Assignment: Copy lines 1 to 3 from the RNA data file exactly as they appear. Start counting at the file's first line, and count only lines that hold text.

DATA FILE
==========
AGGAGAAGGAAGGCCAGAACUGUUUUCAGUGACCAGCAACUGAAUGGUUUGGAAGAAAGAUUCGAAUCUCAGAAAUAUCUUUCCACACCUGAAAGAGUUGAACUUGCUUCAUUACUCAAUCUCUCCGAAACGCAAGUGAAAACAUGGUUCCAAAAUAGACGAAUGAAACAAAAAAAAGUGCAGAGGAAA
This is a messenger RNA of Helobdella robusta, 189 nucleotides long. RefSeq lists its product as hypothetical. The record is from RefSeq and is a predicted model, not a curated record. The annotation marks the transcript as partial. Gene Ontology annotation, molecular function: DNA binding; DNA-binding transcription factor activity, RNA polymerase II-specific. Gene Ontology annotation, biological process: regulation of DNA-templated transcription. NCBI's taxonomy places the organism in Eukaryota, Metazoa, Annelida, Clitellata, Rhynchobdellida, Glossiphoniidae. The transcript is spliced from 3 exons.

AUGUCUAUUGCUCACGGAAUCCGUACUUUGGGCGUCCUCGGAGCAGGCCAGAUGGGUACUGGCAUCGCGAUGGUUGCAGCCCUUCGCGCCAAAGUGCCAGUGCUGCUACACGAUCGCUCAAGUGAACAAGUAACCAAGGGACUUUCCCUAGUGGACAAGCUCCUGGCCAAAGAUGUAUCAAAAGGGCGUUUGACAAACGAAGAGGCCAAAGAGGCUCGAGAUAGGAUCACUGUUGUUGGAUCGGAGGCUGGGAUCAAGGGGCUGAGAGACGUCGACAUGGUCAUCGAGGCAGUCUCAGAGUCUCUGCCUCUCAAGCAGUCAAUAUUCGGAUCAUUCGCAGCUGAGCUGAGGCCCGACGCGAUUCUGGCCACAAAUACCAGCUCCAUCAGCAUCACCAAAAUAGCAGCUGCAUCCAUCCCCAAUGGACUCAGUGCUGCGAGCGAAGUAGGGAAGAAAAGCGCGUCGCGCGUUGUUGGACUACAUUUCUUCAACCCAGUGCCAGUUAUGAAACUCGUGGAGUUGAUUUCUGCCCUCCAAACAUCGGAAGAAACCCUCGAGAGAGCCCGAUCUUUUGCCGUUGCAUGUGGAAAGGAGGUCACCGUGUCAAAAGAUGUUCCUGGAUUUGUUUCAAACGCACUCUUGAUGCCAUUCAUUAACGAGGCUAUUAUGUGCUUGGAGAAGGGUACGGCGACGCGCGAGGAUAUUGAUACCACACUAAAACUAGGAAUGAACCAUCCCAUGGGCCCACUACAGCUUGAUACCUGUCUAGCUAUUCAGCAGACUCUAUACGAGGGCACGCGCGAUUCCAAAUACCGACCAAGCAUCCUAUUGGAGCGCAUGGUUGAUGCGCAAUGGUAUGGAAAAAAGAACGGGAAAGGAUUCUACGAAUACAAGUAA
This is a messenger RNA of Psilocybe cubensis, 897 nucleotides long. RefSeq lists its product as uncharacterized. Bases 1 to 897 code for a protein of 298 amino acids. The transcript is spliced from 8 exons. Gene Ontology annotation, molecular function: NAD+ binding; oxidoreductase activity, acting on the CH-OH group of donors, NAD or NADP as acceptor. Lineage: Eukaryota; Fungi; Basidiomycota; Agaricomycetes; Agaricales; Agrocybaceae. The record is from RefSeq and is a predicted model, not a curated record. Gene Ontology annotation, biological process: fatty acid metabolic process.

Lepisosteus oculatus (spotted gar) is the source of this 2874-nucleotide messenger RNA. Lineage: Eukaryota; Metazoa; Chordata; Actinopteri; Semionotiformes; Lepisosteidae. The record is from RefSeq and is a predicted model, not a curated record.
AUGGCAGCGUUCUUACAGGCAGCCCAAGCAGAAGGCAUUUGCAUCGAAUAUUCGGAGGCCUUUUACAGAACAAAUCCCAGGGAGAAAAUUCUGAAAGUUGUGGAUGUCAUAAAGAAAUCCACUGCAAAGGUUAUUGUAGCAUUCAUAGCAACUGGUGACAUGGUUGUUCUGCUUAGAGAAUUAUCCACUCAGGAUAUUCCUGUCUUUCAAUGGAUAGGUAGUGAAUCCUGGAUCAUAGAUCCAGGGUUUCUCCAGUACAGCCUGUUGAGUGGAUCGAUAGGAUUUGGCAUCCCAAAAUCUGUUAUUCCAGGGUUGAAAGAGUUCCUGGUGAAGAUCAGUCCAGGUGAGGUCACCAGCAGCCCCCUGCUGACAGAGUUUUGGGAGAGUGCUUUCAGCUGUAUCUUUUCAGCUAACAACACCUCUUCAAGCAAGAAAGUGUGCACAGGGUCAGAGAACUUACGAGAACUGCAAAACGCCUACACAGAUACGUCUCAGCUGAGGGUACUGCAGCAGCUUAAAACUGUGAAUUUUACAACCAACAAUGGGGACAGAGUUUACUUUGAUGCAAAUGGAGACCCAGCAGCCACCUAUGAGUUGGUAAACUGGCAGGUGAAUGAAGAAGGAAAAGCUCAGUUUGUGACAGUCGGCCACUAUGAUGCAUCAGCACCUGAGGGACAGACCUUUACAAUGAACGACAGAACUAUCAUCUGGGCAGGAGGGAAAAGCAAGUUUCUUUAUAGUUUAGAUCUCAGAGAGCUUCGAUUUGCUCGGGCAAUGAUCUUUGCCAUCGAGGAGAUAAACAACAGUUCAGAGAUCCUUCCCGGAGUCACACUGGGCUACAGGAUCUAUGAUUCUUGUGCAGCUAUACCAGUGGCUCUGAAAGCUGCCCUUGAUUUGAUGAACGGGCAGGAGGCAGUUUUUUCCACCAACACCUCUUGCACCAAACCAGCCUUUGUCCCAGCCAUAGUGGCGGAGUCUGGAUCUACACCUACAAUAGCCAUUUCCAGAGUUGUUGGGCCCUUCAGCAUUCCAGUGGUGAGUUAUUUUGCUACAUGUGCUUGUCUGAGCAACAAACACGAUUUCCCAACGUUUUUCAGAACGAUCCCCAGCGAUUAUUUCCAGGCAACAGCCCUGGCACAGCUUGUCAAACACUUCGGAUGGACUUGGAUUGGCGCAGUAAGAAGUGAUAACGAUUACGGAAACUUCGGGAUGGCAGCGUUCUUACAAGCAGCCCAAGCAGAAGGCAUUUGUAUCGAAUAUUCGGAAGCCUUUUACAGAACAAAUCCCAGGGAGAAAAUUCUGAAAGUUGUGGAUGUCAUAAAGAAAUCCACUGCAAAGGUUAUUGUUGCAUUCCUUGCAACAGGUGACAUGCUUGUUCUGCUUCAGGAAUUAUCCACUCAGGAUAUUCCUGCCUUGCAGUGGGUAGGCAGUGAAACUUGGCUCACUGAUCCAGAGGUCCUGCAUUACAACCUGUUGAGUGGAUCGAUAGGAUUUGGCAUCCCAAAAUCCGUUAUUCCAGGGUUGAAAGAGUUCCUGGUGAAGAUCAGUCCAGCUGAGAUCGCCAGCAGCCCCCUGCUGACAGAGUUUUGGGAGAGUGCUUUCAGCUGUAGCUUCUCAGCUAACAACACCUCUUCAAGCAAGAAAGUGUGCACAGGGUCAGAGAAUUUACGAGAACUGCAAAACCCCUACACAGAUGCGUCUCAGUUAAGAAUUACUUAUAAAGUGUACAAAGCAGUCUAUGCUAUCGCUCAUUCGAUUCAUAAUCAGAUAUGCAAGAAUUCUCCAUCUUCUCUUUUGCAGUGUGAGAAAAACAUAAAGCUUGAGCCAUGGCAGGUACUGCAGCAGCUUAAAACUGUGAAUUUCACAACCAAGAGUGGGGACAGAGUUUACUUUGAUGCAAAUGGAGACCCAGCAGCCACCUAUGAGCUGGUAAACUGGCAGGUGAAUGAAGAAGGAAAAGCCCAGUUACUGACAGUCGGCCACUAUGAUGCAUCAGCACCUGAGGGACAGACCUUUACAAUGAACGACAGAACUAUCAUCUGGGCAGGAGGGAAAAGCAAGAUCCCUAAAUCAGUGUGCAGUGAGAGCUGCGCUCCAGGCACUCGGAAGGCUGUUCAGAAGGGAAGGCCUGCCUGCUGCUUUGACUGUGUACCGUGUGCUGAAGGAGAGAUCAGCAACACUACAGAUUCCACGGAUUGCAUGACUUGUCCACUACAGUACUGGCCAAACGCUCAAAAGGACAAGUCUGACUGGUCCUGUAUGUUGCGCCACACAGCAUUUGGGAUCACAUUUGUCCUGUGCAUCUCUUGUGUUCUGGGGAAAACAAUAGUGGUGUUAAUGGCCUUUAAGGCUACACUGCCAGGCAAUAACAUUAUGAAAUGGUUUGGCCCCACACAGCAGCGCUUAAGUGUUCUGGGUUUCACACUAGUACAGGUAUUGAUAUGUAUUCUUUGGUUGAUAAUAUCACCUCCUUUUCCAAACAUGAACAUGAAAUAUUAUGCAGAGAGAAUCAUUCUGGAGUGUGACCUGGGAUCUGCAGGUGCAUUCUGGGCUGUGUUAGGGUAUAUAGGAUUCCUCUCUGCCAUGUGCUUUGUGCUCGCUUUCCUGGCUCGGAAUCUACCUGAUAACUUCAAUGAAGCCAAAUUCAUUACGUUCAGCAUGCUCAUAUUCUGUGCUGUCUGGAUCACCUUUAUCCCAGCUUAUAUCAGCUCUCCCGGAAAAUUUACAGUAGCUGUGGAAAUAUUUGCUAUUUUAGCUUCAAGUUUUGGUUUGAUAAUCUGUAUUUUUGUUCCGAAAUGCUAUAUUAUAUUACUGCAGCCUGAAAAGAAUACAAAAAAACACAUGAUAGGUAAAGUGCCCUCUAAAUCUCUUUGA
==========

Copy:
AGGAGAAGGAAGGCCAGAACUGUUUUCAGUGACCAGCAACUGAAUGGUUUGGAAGAAAGAUUCGAAUCUCAGAAAUAUCUUUCCACACCUGAAAGAGUUGAACUUGCUUCAUUACUCAAUCUCUCCGAAACGCAAGUGAAAACAUGGUUCCAAAAUAGACGAAUGAAACAAAAAAAAGUGCAGAGGAAA
This is a messenger RNA of Helobdella robusta, 189 nucleotides long. RefSeq lists its product as hypothetical. The record is from RefSeq and is a predicted model, not a curated record. The annotation marks the transcript as partial. Gene Ontology annotation, molecular function: DNA binding; DNA-binding transcription factor activity, RNA polymerase II-specific. Gene Ontology annotation, biological process: regulation of DNA-templated transcription. NCBI's taxonomy places the organism in Eukaryota, Metazoa, Annelida, Clitellata, Rhynchobdellida, Glossiphoniidae. The transcript is spliced from 3 exons.

AUGUCUAUUGCUCACGGAAUCCGUACUUUGGGCGUCCUCGGAGCAGGCCAGAUGGGUACUGGCAUCGCGAUGGUUGCAGCCCUUCGCGCCAAAGUGCCAGUGCUGCUACACGAUCGCUCAAGUGAACAAGUAACCAAGGGACUUUCCCUAGUGGACAAGCUCCUGGCCAAAGAUGUAUCAAAAGGGCGUUUGACAAACGAAGAGGCCAAAGAGGCUCGAGAUAGGAUCACUGUUGUUGGAUCGGAGGCUGGGAUCAAGGGGCUGAGAGACGUCGACAUGGUCAUCGAGGCAGUCUCAGAGUCUCUGCCUCUCAAGCAGUCAAUAUUCGGAUCAUUCGCAGCUGAGCUGAGGCCCGACGCGAUUCUGGCCACAAAUACCAGCUCCAUCAGCAUCACCAAAAUAGCAGCUGCAUCCAUCCCCAAUGGACUCAGUGCUGCGAGCGAAGUAGGGAAGAAAAGCGCGUCGCGCGUUGUUGGACUACAUUUCUUCAACCCAGUGCCAGUUAUGAAACUCGUGGAGUUGAUUUCUGCCCUCCAAACAUCGGAAGAAACCCUCGAGAGAGCCCGAUCUUUUGCCGUUGCAUGUGGAAAGGAGGUCACCGUGUCAAAAGAUGUUCCUGGAUUUGUUUCAAACGCACUCUUGAUGCCAUUCAUUAACGAGGCUAUUAUGUGCUUGGAGAAGGGUACGGCGACGCGCGAGGAUAUUGAUACCACACUAAAACUAGGAAUGAACCAUCCCAUGGGCCCACUACAGCUUGAUACCUGUCUAGCUAUUCAGCAGACUCUAUACGAGGGCACGCGCGAUUCCAAAUACCGACCAAGCAUCCUAUUGGAGCGCAUGGUUGAUGCGCAAUGGUAUGGAAAAAAGAACGGGAAAGGAUUCUACGAAUACAAGUAA